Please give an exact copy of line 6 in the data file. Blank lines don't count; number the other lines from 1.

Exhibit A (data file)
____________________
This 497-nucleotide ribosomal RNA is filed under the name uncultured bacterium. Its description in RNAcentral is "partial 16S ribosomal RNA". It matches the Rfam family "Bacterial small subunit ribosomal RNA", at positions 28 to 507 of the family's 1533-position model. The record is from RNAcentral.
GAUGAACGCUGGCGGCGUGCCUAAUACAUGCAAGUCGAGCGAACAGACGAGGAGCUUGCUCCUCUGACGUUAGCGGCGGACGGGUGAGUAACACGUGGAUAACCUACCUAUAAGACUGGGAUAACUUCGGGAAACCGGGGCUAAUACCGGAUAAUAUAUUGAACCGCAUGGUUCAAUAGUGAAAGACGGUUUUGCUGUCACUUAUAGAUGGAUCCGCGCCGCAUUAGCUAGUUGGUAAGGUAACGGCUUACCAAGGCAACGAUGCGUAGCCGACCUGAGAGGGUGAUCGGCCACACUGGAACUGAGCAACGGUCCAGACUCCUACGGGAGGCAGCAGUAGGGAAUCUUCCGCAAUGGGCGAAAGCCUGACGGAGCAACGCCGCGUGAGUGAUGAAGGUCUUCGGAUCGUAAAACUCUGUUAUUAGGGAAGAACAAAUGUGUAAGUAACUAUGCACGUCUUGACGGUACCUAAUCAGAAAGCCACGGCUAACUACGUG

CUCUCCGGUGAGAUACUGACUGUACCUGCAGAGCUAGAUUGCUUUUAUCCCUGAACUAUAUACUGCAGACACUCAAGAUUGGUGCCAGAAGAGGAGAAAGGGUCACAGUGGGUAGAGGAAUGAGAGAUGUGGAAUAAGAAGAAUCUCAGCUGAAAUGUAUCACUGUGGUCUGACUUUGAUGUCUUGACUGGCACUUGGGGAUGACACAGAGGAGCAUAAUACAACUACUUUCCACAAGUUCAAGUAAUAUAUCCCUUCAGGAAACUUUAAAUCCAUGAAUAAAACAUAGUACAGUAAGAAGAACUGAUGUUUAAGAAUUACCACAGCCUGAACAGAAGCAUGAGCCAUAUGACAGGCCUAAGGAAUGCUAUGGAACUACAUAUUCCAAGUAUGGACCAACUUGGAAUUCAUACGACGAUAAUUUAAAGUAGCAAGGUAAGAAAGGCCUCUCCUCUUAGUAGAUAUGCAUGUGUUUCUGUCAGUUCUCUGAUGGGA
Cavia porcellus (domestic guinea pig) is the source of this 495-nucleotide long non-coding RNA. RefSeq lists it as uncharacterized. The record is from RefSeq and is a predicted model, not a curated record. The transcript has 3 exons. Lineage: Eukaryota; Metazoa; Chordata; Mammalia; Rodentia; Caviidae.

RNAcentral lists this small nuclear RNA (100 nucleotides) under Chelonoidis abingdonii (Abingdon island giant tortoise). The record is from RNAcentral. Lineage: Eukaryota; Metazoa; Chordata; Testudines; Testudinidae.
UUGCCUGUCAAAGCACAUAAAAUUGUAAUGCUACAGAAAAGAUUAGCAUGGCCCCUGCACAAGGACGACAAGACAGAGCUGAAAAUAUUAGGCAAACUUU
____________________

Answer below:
UUGCCUGUCAAAGCACAUAAAAUUGUAAUGCUACAGAAAAGAUUAGCAUGGCCCCUGCACAAGGACGACAAGACAGAGCUGAAAAUAUUAGGCAAACUUU